If there’s one thing we know for certain it’s that college costs can be downright exorbitant. Costs can easily add up as students prepare to apply to colleges, take the SAT and visit different campuses. But your child’s college career doesn’t have to break the bank before it officially begins. Here are a few tips that’ll help you keep costs to a minimum during your child’s college search.
Check out our student loan calculator.
1. Be Strategic When Planning Campus Visits
If you find yourself near a college campus while you’re on vacation, consider making time for a tour. That may help you save money on travel expenses. And your child won’t have to miss as many days of school during the college application process.
If you need more time to tour the colleges on your child’s list, it might be wise to visit the schools in the same region within the same week or weekend. That way, you’ll be able to compare multiple colleges without making multiple trips to the same place.
2. Test Early
It’s a good idea to have your child register for standardized tests months before the exam dates. That’ll give them plenty of time to prepare for test day. And it might help you keep more money in your pocket. After all, late registration fees can add up quickly.
For example, students who register for the SAT after the normal deadline must pay a $28 fee on top of the standard $45 registration fee (or the $57 fee for students writing the essay). If your child ends up on the waitlist and a spot opens up on test day, he or she would have to pay an extra $46 fee. But as long as you plan ahead, you can avoid these kinds of fees altogether.
Calculate the cost of college.
3. Apply to Colleges Early
Students can potentially save money by applying to colleges early decision or early action. If your child receives an acceptance letter from his or her first choice school in December, you won’t need to shell out extra money to pay for additional applications.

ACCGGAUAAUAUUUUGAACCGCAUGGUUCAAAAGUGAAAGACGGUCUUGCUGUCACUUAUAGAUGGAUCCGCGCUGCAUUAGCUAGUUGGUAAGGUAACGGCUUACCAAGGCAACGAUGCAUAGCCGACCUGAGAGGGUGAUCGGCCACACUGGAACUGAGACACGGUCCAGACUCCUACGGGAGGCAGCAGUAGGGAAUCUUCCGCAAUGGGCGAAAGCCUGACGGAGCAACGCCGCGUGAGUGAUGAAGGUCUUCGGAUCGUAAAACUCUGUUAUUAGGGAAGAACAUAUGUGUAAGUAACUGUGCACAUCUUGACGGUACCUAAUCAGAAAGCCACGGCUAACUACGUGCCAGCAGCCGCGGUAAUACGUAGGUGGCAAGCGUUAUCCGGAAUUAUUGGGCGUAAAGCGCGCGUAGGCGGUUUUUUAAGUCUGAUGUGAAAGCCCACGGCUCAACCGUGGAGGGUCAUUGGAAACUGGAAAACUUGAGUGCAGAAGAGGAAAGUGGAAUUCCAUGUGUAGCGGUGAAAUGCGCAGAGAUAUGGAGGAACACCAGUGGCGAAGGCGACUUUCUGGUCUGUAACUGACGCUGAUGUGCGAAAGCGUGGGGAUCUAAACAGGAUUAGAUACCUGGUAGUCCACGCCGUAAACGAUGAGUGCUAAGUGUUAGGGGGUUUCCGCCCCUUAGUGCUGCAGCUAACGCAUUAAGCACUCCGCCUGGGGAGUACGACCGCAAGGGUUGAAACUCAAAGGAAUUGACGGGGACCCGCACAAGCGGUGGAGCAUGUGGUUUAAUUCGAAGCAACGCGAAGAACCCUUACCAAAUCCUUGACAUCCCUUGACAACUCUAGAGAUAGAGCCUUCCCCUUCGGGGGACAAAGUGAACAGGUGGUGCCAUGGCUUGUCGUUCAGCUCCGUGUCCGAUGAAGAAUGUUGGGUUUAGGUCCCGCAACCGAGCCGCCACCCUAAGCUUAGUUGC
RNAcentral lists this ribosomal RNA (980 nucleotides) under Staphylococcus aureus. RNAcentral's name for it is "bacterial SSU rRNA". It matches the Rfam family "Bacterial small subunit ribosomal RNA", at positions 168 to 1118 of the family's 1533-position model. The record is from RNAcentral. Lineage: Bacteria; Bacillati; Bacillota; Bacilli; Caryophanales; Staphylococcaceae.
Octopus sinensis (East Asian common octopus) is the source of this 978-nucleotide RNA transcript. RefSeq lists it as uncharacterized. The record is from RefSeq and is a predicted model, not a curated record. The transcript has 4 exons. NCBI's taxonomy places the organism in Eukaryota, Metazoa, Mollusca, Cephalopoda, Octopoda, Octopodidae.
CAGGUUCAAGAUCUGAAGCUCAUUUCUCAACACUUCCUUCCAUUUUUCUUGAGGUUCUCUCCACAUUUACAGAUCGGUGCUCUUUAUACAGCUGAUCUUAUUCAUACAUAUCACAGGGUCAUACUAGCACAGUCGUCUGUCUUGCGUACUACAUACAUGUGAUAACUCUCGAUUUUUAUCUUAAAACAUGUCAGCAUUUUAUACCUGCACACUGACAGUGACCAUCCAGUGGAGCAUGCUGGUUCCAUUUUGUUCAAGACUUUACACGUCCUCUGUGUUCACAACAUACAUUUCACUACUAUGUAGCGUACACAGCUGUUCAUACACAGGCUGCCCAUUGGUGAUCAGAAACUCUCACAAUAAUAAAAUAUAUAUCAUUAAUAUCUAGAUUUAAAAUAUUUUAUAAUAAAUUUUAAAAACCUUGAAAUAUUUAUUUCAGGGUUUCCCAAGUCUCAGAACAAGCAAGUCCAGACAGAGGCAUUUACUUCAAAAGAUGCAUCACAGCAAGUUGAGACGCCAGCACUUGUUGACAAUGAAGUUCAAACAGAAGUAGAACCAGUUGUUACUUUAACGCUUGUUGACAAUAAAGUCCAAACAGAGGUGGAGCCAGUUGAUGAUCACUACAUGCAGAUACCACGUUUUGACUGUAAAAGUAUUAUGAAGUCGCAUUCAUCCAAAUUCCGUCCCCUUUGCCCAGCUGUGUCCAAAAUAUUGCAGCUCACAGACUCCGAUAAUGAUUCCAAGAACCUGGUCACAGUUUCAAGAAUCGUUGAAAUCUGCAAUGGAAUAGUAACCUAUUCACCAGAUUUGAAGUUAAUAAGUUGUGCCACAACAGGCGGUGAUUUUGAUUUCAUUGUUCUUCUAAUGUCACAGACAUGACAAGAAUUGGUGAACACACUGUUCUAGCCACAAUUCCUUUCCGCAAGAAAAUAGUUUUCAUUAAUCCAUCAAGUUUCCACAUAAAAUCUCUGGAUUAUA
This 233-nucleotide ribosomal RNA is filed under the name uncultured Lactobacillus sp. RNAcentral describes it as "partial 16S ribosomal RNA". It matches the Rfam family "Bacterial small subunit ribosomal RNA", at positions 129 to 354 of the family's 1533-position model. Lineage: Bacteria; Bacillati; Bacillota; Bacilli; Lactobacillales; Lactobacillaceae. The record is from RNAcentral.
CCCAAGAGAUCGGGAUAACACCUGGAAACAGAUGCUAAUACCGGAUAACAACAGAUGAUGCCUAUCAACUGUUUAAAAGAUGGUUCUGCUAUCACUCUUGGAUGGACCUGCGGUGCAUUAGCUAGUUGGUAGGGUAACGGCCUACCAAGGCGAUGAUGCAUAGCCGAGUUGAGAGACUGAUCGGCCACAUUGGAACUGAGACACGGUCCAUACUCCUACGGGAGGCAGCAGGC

4. Plan Ahead for Changes to Your Financial Situation
If you know that your upcoming retirement or another major life change might affect your financial status, consider how that could affect your child’s eligibility for grants, loans and scholarships. Waiting to sell off certain assets might be a good idea if it’ll leave your son or daughter with a better financial aid package.
As your child applies to colleges, an emergency could alter your financial situation. Some things will always be beyond your control. But no matter what happens, it’s important to ensure that your child’s financial aid application (known as the FAFSA) is an honest reflection of your family’s circumstances.
Related Article: Understanding the New FAFSA
5. Waive Application Fees
College application fees may seem like a necessary evil. But depending on your situation, you might be able to avoid these costs altogether.
Low-income students may be eligible for SAT fee waivers. In addition to taking the exam for free, they can apply to up to four colleges without paying a dime. If they don’t qualify for a fee waiver through CollegeBoard, students might be able have an application fee waived by speaking with an admissions officer or their school guidance counselor.
You don’t have to turn your pockets inside out in order to help your kid find the right college. In fact, by taking our advice you might end up with more financial wiggle room as your child prepares to begin the next phase of his or her life.
Photo credit: ©iStock.com/XiXiXing, ©iStock.com/mediaphotos, ©iStock.com/DeanDrobot